French clothing company Lacoste launched 3D AR app to trigger interactive 3D models of the new range of LCST trainer shoes. To virtually try out the trainer shoes, shoppers placed their foot on the in-store floor graphic and scanned it with a smartphone. The shoe image was superimposed around their feet without having to wait for a shop assistant or taking off their shoes. They could examine the features and swipe to view other trainers in the range. They could also share images via social media.
Italian beauty retailer Sephora launched an AR mirror that enabled shoppers to virtually put makeup on images of their faces and like in real life, mix and match different shades of cosmetics by tapping a palette on the screen.
Ikea created its Ikea Catalogue app to develop AR images of products, which appeared on mobile screen as if they were in the customers’ home. This enabled customers to virtually try out various products for size, shape, colour and positioning to see how the products would actually fit into the room.
Volvo uses AR for its customers to view the inner components and features of a Volvo model using Volvo X-ray app, turning their iPads into portable x-ray scanners. Customers can see underneath the car’s exteriors, inner mechanics and components, as well as explore the car’s features through a 360-degree viewing element.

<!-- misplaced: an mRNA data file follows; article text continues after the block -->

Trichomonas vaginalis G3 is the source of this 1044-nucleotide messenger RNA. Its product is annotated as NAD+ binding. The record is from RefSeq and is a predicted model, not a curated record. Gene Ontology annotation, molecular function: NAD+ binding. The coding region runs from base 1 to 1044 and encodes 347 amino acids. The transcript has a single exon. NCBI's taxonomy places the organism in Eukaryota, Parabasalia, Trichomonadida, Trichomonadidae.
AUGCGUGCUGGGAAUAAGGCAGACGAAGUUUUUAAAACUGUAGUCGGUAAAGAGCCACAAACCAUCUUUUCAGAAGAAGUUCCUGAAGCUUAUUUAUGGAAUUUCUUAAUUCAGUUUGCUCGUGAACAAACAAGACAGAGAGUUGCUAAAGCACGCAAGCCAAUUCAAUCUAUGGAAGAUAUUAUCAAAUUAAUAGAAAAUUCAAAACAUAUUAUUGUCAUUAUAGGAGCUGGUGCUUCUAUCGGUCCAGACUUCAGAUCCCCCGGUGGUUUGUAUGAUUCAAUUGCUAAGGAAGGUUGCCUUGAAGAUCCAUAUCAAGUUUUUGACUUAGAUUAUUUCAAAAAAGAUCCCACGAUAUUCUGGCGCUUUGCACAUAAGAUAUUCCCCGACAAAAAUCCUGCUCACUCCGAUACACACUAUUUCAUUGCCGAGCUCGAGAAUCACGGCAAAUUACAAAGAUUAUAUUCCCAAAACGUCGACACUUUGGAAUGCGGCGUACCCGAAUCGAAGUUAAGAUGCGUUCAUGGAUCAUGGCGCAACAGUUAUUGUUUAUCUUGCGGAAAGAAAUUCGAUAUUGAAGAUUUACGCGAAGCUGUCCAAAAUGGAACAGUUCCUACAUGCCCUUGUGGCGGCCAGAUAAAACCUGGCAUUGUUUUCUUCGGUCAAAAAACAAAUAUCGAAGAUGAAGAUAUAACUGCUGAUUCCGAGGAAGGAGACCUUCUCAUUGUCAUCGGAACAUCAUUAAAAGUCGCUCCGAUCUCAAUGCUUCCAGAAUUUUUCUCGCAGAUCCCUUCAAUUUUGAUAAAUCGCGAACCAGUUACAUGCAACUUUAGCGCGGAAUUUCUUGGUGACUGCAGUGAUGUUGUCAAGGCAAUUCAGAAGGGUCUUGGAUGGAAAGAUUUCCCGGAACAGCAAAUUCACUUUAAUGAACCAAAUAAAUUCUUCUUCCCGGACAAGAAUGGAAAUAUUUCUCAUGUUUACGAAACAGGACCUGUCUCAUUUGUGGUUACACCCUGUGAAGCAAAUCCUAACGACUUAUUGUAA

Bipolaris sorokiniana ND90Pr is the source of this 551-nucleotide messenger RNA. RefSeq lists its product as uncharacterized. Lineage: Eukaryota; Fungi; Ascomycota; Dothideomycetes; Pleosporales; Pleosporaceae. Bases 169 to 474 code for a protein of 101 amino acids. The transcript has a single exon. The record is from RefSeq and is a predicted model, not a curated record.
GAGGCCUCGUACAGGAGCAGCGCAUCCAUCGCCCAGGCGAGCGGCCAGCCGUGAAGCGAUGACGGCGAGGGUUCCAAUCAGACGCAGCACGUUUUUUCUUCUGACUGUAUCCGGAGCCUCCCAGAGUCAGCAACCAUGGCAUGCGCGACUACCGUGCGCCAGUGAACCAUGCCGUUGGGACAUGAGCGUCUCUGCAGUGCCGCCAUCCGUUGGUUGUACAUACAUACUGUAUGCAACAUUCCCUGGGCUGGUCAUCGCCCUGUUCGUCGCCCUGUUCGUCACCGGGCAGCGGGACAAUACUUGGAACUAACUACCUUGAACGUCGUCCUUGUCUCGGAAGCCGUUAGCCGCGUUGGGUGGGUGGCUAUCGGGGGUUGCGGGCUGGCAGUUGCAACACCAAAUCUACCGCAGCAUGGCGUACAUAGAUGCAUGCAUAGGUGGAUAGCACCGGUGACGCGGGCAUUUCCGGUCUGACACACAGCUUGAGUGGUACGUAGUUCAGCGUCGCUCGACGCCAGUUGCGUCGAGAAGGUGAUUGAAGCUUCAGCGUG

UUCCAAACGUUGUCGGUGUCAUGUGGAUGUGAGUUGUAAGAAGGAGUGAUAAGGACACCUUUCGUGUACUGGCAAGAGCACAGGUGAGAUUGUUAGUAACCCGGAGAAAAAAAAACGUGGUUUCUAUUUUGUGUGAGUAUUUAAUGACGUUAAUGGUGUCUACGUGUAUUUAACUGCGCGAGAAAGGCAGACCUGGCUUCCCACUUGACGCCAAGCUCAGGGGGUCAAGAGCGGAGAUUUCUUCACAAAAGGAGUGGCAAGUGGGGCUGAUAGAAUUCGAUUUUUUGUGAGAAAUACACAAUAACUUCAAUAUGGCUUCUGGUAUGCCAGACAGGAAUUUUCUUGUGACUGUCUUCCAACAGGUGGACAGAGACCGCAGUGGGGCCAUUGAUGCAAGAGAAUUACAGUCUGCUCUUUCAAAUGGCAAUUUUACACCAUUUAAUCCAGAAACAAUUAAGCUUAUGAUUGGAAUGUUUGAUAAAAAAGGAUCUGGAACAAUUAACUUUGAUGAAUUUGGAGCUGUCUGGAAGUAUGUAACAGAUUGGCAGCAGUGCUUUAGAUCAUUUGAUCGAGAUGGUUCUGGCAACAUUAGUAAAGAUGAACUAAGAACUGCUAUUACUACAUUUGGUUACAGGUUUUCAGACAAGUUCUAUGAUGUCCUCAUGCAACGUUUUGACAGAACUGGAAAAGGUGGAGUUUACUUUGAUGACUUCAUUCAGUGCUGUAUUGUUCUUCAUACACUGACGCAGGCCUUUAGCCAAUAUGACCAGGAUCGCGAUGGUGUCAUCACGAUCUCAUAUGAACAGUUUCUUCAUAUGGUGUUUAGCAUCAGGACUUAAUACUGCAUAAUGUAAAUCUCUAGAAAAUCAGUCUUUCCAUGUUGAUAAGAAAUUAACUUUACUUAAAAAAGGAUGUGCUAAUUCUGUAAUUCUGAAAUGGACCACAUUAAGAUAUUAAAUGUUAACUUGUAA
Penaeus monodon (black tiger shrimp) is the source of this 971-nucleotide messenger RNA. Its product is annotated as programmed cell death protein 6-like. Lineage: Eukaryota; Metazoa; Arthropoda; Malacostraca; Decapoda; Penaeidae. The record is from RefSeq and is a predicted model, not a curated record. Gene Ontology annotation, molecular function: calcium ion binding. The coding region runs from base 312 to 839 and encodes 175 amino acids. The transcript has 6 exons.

Starbucks offers customers an app for an immersive in-store AR experience in Starbucks Reserve Roastery in Shanghai. The experience includes an online marketplace, Tmall, where shoppers can purchase merchandise or experience the specially-curated coffee. Starbucks is also trying out VR technology to transport viewers to coffee farms in various countries to make them feel confident about the purchases they make.
19 Crimes, a wine label established by Treasury Wine Estates, launched AR app Living Wine Labels. On hovering a smartphone camera in front of the wine bottle, mug shots of notorious 18th century British criminals (convicts who committed one of the nineteen crimes punishable by exile to Australia) come alive as 3D characters who narrate their story to amuse wine drinkers.